Supporters of former President Park gather to celebrate pardon
Supporters of former President Park Geun-hye gathered Thursday evening and celebrated Park's presidential pardon going into effect at midnight in front of the hospital where she is staying in Gangnam District, southern Seoul.
Park’s well-wishers sent hundreds of celebratory flower wreaths, which were placed outside along a street near the Samsung Medical Center, and installed a 4-meter-high (13-foot-high) tree festooned with LED lights wishing her good health.
Those gathered outside the hospital let off fireworks and cheered as Park's pardon went into effect at midnight.
Park was listed among 3,094 people who were granted special amnesties announced on Dec. 24 by the Justice Ministry. All on the list were released on Friday.
The ministry and President Moon Jae-in’s government said the decision to pardon Park was made in consideration of her deteriorating health and to promote national unity.
Mass protests against the former president and her close confidante Choi Soon-sil over an influence-peddling scandal led to Park's historic impeachment by the National Assembly in December 2016. The Constitutional Court voted to uphold the parliamentary decision in March 2017.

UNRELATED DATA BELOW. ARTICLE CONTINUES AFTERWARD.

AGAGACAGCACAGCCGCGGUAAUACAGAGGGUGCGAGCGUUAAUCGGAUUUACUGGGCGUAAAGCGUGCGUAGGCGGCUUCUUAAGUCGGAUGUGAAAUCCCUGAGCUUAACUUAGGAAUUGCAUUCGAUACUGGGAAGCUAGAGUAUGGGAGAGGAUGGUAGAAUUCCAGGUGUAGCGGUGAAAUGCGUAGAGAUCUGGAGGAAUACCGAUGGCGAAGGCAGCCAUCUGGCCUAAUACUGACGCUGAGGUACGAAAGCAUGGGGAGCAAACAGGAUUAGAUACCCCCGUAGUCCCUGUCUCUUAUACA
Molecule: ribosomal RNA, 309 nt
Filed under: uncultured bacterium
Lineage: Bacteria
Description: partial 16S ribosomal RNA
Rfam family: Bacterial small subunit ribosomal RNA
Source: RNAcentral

On Jan. 14 this year, the Supreme Court upheld a 20-year prison term for former President Park, the final legal judgment which opened up the possibility for a pardon.
Park, who received shoulder surgery in 2019, has suffered from chronic shoulder and back pain and was hospitalized three times this year. She has spent a total of 1,737 days in jail, the longest imprisonment of any former Korean head of state to date.
Former President Roh Tae-woo spent 768 days in prison, while his authoritarian predecessor Chun Doo Hwan spent 751 days behind bars. Both were pardoned by the Kim Young-sam administration in December 1997.
Although Park and the main opposition People Power Party (PPP) presidential candidate Yoon Suk-yeol welcomed her early release from jail, the government’s decision to also pardon Han Myeong-sook, a former prime minister under President Roh Moo-hyun who was convicted of bribery and completed her two-year prison sentence in 2017, led to some calling the simultaneous pardons part of a political calculation.
PPP campaign spokesman Lee Yang-soo called Han’s pardon an “injust precedent” that signals a president “can make the crimes of those on ‘[his] side’ disappear with a single word, without any consideration of the rule of law or popular opinion.”
Although Yoon has also called for a pardon for former President Lee Myung-bak, who Park succeeded in 2013, Justice Minister Park Beom-kye said in a press conference on Dec. 24 that Lee and Park's circumstances were “different” and that the government “has to take into consideration the public sentiment” in reaching such a decision.
Lee is currently serving a 17-year prison sentence after being convicted of bribery and embezzlement in 2018.
BY MICHAEL LEE [firstname.lastname@example.org]